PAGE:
GD Birla
Basu and Miroshnik continued, “The workers sent a delegation of five workers to see Gandhi at the Birla house. Gandhi refused to see them. In 1938, Subhash Chandra Bose, when he was the president of the Congress Party, drew Gandhi’s attention to the inhuman working condition of the jute mills of Birla in Bengal.”
Oza also cites Birla’s autobiography, “In the Shadow of the Mahatma – A Personal Memoir”, where he wrote, though he “liberally financed his Khaddar-producing and untouchability activities”, the fact is, Gandhi alone “is responsible for keeping the left wing in India in check.”

Comments

Anand Sahay said…
I am all for open and free discussion. But if this is done without the context in mind, objectively speaking we give a free pass to undesirables- in this case Shri Modi in the back drop of his flaunting pro big biz links. In Gandhi's day, there was no big biz. He was in the process of unifying all for the end of British rule. He was not looking at a working class perspective. And yet Lenin asked M N Roy to side with Gandhi.
Anonymous said…
Good one....Gandhi and Modi can't be compare...
Indra Neel Mukherjee said…
Comparisons could be odious but the article is very well put and makes a very easy reading with a flawless flow well encapsulated... I was well engrossed and read it fast and quick and quite understandable why it was compared !!
Uma said…
The article is well researched with many quotes. To think that any Tata-from founder to present day-would order firing on workers, much less supported by Gandhiji, is ridiculous and laughable. It could NEVER have happened.
Anonymous said…
Bapu never did all this for personal benefit. He may be feeling that industrialists should not be just rejected because they generate wealth. He may be having overall faith in these two groups.
Whereas today the relations are cloudy. Time will open out the truth. There has been lot of murmur about unhealthy relationship.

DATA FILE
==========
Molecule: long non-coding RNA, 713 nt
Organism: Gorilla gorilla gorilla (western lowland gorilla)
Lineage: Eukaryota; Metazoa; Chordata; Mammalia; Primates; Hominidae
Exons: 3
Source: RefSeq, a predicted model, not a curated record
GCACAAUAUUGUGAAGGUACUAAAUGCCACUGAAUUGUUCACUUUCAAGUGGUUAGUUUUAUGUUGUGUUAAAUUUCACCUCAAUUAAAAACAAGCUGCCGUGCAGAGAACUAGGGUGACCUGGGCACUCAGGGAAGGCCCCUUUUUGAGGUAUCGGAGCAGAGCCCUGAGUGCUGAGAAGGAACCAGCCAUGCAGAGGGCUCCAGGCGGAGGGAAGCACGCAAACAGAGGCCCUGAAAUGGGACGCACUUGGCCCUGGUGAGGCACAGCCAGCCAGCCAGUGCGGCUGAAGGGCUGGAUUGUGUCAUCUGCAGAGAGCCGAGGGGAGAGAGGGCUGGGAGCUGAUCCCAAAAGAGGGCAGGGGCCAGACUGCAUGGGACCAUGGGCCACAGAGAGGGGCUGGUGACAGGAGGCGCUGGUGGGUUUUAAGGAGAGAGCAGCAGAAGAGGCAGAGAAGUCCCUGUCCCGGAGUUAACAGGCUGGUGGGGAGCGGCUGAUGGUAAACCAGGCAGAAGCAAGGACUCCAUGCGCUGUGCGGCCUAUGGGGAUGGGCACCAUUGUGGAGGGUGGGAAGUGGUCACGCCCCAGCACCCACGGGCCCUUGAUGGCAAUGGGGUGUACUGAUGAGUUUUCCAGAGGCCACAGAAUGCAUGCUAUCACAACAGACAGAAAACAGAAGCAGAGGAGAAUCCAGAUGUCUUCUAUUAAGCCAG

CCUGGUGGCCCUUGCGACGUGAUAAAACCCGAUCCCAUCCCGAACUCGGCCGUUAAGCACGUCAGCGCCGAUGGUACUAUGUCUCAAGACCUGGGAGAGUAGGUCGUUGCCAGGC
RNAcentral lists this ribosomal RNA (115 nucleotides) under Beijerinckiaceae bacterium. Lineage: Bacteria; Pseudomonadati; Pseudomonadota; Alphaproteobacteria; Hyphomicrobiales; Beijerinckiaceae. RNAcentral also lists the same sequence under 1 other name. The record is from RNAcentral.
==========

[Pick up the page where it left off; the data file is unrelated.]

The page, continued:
Bapu never wore 10 lakh suit.
Anonymous said…
I think that the idea that Mahatma Gandhi simply refused to meet the workers makes little sense. Mahatma Gandhi was willing to meet all of his fiercest critics. He met Dr Ambedkar and Mr Jinnah. He even invited one of his assailants to meet him (he refused). So, I don't think that it makes much sense that he would be unwilling to meet workers who were suffering. Remember, this is the same man who, at age of 78, was walking around in Bengal (unarmed) to stop violence. He walked on broken glass to achieve his aim.

Upon researching the claim made in this article, I came across the following words:

"So a delegation of five weavers started off for Birla House to
tell Gandhiji about it. I suppose it was their misforttme to have reached there so late
at night, but Albuquerque Road in New Delhi is a long trek from
the Sabzi Mandi in the old city. It was nine o’clock when they finally arrived at Birla House gates and they were told to come
again the next day. At the appointed time they returned, and were
informed that Gandhi had no time to see them before the 13th of
December, another four days! The thirteenth brought them no
better luck."

—Halfway to Freedom, Margaret Bourke-White

Now, the two explanations that should be given weight here are these:

1. Mahatma Gandhi, as the greatest leader of the freedom struggle and the person who spent his life to promote unity, simply did not have much time due to the ever-increasing violence as a consequence of the partition.

2. Weren't the Birlas and the Tatas close? Although this is admittedly conjecture, is it really that improbable that some vested interests wanted to ensure that the reputation of some people or companies?
Anonymous said…
The man who was walking from one place to another in Bengal in order to establish peace not being willing to meet aggrieved workers makes little sense.